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IT—Inside Traveler By Jessie Johnston and Emily King
February 1, 2007: Not Another Croatian Blog Entry
Last fall, chief researcher Marilyn Terrell spent a week in Croatia, and then couldn't stop blogging about it. The tide of Croatia-themed entries did eventually ebb, but one remaining bit of trivia has been lapping at IT's shores, and we felt it was time to let this last Balkan wave break over you, our Croatia-thirsty readers.
Croatia hasn't joined the EU yet, so it still has its own money, called the kuna. Kuna is also the Croatian name for the marten, a furry weasel-like mammal related to the mink. The website Croatia-in-English has the story (complete with a photo of a coin from about 1250) of how this currency came to be named after a weasel:
"In ancient times the kuna pelt was an export item from many regions of what is today Croatia. Around A.D. 1000, the towns of Cres and Beli (on the island of Cres) had to pay an annual tribute in kuna pelts to the Venetian authorities. This was the first known instance of the kuna pelt being used directly as payment."
Between the 13th and 16th centuries, a coin called the banovac was minted with a picture of a marten on it. During Croatia's brief independence between 1939 and 1945, they created a currency inspired by that earlier coin, this time actually called the kuna. After the breakup of Yugoslavia, Croatia had to choose a new currency to replace the Yugoslav dinar, and they went back to the kuna.
Are We There Yet? Family Travel Tips from the Blogosphere IT's recently taken a liking to Parent Hacks—the "collaborative weblog of practical parenting tips"—so we asked founder and editor Asha Dornfest to send IT her favorite family travel tactics. She writes:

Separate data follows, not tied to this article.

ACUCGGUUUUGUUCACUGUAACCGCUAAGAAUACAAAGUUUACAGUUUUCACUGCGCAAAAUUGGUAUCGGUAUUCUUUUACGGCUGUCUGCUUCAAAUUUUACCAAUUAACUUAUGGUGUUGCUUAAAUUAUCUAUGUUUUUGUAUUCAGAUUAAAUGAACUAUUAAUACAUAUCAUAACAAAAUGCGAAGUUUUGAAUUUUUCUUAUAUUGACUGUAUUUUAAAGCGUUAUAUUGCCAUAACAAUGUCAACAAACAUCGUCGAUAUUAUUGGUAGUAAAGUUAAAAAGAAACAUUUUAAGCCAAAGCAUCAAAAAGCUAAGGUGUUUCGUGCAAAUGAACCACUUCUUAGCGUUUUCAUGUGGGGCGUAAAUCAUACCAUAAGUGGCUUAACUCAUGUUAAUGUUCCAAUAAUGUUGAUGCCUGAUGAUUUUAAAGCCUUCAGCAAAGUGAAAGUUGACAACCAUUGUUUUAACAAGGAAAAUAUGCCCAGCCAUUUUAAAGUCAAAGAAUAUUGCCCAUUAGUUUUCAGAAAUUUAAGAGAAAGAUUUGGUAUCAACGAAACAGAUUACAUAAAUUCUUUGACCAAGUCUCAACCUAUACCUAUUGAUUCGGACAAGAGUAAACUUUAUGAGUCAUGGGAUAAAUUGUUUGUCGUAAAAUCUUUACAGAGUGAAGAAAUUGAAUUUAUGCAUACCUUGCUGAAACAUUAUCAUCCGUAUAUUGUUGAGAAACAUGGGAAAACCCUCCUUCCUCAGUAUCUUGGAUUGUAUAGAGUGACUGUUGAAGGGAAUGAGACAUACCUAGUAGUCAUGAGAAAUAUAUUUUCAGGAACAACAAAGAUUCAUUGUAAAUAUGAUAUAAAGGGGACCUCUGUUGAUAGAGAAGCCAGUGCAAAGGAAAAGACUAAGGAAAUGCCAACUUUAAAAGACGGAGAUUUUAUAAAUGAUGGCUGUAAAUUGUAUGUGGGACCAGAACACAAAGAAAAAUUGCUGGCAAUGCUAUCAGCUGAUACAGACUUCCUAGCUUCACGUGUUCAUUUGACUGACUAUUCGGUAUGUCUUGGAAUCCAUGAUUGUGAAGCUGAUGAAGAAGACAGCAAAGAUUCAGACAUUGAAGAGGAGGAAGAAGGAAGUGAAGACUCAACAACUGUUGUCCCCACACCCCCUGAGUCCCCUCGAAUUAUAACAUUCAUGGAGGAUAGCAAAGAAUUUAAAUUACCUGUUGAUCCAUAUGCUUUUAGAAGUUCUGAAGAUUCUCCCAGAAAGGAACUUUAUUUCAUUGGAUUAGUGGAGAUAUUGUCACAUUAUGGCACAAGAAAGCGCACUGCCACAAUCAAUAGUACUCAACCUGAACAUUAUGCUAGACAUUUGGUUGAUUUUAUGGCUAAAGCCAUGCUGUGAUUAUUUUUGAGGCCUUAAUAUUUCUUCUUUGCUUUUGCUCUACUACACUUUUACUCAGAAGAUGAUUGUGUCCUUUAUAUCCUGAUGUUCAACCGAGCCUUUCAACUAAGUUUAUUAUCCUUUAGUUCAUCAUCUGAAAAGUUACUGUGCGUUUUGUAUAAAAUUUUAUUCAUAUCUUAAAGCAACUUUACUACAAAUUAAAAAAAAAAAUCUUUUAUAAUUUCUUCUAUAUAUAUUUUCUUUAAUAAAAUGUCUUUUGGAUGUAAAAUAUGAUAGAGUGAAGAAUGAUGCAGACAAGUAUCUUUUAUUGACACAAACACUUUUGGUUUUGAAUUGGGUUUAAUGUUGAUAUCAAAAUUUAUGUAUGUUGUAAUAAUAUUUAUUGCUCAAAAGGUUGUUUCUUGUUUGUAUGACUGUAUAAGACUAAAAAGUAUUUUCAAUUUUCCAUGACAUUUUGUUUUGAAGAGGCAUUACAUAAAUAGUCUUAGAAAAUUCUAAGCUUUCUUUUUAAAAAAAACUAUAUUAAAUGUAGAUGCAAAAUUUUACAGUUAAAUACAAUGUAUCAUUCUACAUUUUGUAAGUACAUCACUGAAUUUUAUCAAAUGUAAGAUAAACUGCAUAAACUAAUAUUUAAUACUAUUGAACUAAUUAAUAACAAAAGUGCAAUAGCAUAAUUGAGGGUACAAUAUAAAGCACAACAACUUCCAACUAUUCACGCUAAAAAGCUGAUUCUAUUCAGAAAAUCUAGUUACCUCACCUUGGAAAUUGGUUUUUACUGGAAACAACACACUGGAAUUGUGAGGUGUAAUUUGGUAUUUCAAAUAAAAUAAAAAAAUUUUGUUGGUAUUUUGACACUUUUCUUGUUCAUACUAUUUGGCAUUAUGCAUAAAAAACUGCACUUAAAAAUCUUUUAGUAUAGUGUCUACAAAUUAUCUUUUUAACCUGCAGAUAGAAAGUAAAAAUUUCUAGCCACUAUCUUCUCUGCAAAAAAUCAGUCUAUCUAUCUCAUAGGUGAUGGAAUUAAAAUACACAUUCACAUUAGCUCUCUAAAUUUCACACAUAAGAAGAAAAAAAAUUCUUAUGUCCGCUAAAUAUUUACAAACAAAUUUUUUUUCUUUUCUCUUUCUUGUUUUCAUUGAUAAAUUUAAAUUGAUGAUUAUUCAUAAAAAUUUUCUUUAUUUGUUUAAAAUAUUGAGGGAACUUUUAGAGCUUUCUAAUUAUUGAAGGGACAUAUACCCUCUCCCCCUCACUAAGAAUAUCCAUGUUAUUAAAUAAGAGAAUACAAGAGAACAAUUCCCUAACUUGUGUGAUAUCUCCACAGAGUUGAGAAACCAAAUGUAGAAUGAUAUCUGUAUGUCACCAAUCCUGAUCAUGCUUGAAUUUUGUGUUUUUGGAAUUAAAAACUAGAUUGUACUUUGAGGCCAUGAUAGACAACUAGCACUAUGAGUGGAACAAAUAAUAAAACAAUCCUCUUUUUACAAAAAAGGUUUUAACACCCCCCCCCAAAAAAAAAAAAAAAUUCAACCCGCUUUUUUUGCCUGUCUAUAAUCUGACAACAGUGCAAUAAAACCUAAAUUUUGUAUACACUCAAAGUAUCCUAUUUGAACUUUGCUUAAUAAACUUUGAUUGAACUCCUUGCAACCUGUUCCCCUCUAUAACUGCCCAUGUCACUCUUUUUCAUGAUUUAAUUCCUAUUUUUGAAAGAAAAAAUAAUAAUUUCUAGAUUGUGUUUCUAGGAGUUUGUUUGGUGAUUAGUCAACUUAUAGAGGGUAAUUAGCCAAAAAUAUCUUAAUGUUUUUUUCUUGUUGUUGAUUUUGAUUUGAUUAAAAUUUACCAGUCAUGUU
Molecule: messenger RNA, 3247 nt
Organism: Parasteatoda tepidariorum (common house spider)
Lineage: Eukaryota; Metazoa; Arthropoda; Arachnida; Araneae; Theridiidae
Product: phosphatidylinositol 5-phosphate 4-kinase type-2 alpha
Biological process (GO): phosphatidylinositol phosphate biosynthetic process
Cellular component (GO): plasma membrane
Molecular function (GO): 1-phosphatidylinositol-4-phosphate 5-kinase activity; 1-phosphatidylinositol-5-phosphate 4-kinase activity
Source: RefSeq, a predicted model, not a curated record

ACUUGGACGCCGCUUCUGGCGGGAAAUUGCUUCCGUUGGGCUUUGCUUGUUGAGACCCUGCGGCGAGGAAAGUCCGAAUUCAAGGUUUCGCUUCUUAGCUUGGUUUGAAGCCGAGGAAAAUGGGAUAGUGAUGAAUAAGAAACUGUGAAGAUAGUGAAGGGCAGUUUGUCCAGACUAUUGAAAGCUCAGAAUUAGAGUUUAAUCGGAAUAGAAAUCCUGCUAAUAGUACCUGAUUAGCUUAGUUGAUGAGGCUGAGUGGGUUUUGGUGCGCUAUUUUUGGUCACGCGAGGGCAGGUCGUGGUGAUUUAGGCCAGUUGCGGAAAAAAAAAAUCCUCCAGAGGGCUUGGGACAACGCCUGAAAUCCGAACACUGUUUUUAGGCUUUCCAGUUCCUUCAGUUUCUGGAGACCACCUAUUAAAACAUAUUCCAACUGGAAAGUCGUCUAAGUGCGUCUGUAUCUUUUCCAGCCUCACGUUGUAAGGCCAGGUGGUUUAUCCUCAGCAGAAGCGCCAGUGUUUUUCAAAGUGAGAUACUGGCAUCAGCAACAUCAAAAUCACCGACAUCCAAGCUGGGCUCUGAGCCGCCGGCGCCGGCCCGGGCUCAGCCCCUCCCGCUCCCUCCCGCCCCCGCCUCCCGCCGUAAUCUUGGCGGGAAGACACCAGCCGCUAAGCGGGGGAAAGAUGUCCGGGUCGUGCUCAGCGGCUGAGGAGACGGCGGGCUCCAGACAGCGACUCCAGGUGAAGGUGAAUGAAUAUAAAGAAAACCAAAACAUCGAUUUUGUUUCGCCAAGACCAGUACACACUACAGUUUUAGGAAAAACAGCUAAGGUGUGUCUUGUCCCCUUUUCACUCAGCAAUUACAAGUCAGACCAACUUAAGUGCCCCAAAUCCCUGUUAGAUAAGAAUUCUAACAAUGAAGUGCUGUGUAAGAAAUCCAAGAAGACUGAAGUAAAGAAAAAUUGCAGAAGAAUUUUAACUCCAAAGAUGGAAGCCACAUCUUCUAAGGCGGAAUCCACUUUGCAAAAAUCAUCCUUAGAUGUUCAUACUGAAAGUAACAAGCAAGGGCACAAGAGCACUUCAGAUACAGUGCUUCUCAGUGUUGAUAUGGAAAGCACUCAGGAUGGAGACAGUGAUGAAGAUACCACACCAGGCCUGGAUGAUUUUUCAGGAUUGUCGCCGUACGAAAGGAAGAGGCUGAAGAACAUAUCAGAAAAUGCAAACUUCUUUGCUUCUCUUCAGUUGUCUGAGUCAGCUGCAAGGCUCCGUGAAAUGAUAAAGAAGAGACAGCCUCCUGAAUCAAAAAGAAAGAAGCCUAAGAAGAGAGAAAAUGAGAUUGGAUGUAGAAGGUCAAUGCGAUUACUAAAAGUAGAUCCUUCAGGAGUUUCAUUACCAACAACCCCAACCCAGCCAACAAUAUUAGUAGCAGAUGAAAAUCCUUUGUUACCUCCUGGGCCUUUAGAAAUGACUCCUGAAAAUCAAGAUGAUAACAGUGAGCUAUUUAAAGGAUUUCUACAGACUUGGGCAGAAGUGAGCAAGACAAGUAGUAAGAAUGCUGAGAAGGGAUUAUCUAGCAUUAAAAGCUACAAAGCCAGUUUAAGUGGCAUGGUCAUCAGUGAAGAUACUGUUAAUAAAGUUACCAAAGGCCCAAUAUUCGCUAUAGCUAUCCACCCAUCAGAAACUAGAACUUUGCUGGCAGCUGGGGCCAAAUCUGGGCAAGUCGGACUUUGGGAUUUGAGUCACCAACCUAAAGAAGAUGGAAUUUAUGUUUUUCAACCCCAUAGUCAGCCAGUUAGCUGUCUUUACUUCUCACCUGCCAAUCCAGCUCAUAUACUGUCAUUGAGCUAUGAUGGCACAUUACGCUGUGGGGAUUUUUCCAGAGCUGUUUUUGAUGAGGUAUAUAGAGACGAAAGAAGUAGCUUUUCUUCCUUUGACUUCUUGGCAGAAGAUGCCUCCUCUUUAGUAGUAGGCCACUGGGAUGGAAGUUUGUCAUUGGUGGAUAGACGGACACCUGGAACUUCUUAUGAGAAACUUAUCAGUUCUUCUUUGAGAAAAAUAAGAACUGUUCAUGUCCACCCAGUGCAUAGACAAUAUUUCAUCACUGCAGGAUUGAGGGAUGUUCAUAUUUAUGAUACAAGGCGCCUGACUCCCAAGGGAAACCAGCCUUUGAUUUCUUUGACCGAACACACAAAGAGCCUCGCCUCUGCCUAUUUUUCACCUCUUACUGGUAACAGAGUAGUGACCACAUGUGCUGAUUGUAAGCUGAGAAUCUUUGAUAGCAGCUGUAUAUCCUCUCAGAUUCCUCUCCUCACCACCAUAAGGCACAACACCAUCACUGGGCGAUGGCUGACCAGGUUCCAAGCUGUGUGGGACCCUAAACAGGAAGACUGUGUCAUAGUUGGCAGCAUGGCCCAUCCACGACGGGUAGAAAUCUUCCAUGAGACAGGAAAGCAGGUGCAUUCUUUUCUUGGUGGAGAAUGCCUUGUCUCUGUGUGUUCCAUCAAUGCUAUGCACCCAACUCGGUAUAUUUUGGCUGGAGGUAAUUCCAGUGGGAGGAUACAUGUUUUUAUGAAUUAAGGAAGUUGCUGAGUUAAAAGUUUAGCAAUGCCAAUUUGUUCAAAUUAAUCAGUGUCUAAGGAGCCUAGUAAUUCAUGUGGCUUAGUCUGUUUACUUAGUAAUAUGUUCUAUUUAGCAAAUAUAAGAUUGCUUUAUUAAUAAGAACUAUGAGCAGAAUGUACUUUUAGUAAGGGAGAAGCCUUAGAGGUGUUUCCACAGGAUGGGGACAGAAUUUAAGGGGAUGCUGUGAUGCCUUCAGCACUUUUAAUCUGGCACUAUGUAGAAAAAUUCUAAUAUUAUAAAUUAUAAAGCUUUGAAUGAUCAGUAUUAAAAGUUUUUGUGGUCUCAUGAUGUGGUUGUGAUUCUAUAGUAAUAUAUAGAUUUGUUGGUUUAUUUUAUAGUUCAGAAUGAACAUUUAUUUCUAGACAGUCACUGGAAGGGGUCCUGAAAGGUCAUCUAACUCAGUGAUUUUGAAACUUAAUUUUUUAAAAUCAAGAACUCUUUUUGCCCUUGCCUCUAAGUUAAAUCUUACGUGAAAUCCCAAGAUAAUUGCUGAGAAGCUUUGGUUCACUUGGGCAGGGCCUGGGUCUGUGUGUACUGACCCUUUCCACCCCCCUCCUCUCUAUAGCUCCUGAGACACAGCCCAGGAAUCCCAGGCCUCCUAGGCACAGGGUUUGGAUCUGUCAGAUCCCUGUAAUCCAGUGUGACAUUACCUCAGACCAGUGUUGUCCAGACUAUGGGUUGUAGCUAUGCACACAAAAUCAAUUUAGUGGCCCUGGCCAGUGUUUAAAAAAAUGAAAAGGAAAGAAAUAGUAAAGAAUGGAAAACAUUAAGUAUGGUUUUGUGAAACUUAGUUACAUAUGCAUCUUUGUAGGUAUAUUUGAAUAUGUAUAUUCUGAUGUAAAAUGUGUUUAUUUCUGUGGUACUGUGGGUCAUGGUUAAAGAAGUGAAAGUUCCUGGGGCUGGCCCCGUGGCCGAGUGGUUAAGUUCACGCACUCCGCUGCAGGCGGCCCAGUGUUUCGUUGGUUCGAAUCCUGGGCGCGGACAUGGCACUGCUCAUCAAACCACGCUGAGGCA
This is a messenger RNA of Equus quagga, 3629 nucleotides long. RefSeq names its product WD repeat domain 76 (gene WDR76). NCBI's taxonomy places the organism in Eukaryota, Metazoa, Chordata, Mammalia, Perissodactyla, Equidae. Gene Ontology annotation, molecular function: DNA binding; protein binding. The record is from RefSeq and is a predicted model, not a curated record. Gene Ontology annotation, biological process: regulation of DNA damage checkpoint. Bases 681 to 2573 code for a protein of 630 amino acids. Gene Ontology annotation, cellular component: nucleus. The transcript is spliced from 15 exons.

"We at Parent Hacks believe that travel is one of the greatest gifts a child can receive. Even if they are 'too young to appreciate it,' every kid beyond infancy will take away something from the experience—not necessarily full-formed memories, but a general awareness that the world is a vast and wondrous place. We also recognize the challenges inherent in traveling with little ones, so we've collected a number of real-world tips to smooth the road (or flight) ahead.
"2. Simplify packing. If you're taking a road trip, consider packing the bulkier items (snow gear, toys, beach towels) in plastic laundry baskets rather than suitcases. Use carabiners to attach loose items to your backpack or diaper bag. Bring only enough diapers and wipes to get you through the first few days, and plan to restock.
"3. But don't underpack. That said, bring along the stuff that will help your kids settle into unfamiliar surroundings: a favorite stuffed animal, a frequently requested bedtime story, or a night-light. A small emergency kit with pediatric medicines and first aid supplies will help you rest easy, too.
"5. Keep the kids entertained in transit. Keeping kids happy, comfortable and well fed while in transit requires some planning: You want them to be relatively quiet and content, but you don't want them to spend the entire trip glued to the portable DVD player. Some ideas: Pack activity bags full of small, inexpensive toys and art supplies, to be opened in transit; draw faces on airplane sick bags and stage an in-flight puppet show; bring along a few books on tape and some kid-safe headphones. If you're handy with the digital audio equipment, you can even create a special 'vacation soundtrack.' In lieu of trying to make them keep a travel journal, have the kids write postcards to themselves.
"6. Baby-proof the hotel room. Put masking tape over stray electrical outlets, wrap a disposable diaper around the tub faucet to protect little noggins, and rearrange the furniture to block off hazardous areas. And bring your baby monitor along—it'll buy you some alone time in the hallway.
"8. Take advantage of museum memberships. Many museums have reciprocal membership agreements, so if you're a local museum member, see if it can get you a discount, or even free admission, to museums in the town you're visiting. Not a member? Try your auto club card, student or teacher ID, or public television or radio membership card.
"9. Give yourself a break. Temporarily loosen the restrictions on DVD-watching, Gameboy-playing, and junk-food eating if it will help you get through a particularly rough day (and there will be rough days), or if you simply need a moment of rest. The memories of your travel experience are too precious to be tainted with arguments over candy bars or an extra showing of Toy Story 2."